And hey Rex, don’t forget NCAA Division II offsite games, either. Southern Arkansas will play Ouachita Baptist in the Murphy USA Classic Game on Saturday, October 17 at Memorial Stadium in El Dorado. I’m not wild about it. The Murphy USA Classic – formerly the Boomtown Classic – is in its seventh year. SAU has played four previous times at the Classic and lost each time: 17-6 to Arkansas-Monticello in the inaugural 2009 game, 28-23 to UAM in 2010, 23-20 to Harding in 2012, and 55-41 to Henderson State in 2014. But as you say – for SAU and the other GAC schools that have served as the home team, there are other issues involved, such as being seen by a different audience and helping with PR and recruitment in a broader sense. SAU isn’t making any money off football anyway, so its games have to serve a broader purpose. The Great American Conference also has a truly irritating habit of playing basketball, baseball and softball championships at locations nowhere near a member school but again, I suppose it suits the GAC’s scheme of things..

  5. William Collins says:

    So let’s address your misconceptions as well:
    1) the places you point out as where other teams play are in much better shape than WMS as well as most are in key recruiting areas for the teams that play there. While LR used to be a key cog to Arkansas recruiting, we have seen the level of HS football drop to where only a couple of players a year are now good enough to warrant a football scholarship.
    2) Your logic is flawed here. Would a company move to a facility even if it cost them a little money just because it makes good money elsewhere. The point is the university competes already at a disadvantage from the money making machines that are Alabama, LSU and etc so why would we want to disadvantage them at all by requiring them to play in the dump that WMS has become.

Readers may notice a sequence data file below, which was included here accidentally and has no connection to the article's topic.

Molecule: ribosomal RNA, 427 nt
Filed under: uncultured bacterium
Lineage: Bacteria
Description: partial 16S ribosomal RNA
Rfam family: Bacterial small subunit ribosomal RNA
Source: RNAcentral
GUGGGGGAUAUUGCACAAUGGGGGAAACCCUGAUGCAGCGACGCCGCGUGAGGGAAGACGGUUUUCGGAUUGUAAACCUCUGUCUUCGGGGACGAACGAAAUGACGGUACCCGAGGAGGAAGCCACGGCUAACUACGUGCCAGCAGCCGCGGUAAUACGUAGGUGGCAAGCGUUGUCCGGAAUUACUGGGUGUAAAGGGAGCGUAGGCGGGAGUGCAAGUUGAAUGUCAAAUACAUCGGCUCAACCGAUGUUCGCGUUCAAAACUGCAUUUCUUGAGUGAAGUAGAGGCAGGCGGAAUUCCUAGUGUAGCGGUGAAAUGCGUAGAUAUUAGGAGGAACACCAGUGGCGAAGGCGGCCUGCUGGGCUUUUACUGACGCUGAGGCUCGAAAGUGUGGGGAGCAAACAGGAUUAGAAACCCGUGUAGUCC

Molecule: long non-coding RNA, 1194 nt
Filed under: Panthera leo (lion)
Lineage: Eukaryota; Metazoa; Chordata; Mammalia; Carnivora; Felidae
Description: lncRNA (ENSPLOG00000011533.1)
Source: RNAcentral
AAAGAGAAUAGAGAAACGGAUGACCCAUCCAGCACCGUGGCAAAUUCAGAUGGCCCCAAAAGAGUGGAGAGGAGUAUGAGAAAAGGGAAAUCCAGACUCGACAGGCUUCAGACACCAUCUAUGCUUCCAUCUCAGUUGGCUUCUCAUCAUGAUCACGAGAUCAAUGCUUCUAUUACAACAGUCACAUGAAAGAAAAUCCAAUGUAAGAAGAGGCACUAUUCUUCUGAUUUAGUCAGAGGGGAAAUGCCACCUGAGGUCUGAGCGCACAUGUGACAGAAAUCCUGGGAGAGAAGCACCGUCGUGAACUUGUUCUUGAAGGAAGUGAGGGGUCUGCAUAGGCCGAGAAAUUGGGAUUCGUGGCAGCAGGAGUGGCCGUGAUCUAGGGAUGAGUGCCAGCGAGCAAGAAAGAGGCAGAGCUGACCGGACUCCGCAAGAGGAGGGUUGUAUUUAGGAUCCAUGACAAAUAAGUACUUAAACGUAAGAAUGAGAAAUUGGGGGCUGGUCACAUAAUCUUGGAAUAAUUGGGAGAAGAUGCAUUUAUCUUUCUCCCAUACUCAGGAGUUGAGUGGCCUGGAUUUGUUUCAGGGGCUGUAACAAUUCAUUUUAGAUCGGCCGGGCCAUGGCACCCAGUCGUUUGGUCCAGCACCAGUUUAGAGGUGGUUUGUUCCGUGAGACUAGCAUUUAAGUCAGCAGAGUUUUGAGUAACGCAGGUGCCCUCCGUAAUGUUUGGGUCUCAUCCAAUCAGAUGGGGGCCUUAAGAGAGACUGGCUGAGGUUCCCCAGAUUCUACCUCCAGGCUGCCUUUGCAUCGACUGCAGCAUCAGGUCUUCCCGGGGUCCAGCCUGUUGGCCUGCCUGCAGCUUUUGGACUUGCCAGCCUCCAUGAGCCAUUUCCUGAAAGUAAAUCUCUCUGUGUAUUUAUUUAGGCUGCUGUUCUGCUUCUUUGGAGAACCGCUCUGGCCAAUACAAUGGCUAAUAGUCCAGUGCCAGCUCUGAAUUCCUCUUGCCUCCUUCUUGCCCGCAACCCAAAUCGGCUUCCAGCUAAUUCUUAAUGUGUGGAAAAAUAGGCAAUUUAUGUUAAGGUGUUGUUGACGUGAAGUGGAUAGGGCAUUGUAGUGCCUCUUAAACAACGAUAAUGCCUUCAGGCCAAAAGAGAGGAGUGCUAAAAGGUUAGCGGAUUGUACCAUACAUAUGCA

3) No question the Arlington game should be deemed more important; money, recruiting and national exposure all favor Jerry’s world.
    4) The Arkansas football minds should determine who and where the hogs play, I am sure that our legislators have more important items to consider than a football game. Let’s allow them to focus on jobs, education and poverty instead of football.

  6. Rick Fahr says:

    Rex, those are strong words for you, but I agree with the vast majority of them.

    I have long advocated a two-game kickoff event in War Memorial Stadium each year involving the Razorbacks, Red Wolves, Bears and another state school on a rotating basis. Imagine the revenue going not to the schools but to Arkansas Children’s Hospital. The ancillary revenue in hotel rooms booked and meals sold would be a tremendous boon to Central Arkansas.

  7. frank on the hill says:

    holy toledo! the razorbacks should stop playing at the $500 million stadium in fayetteville. their loss last night has to be the fault of the stadium doesn’t it? what else could it be? we all know the hogs had superior athletes and coaching in the first two losses this year so, it had to be the stadium and the fans in fayetteville just as it was the cause for the loss in little rock last week. i bet there were even some drunk fans out there showing out and making appearances on youtube. i’m sure the contributors who have offered their opinions here are good people. i don’t think they are capable of having their own individual thoughts when it comes to all things arkansas razorbacks. they have had hogs, hogs, hogs beat in their heads since childhood.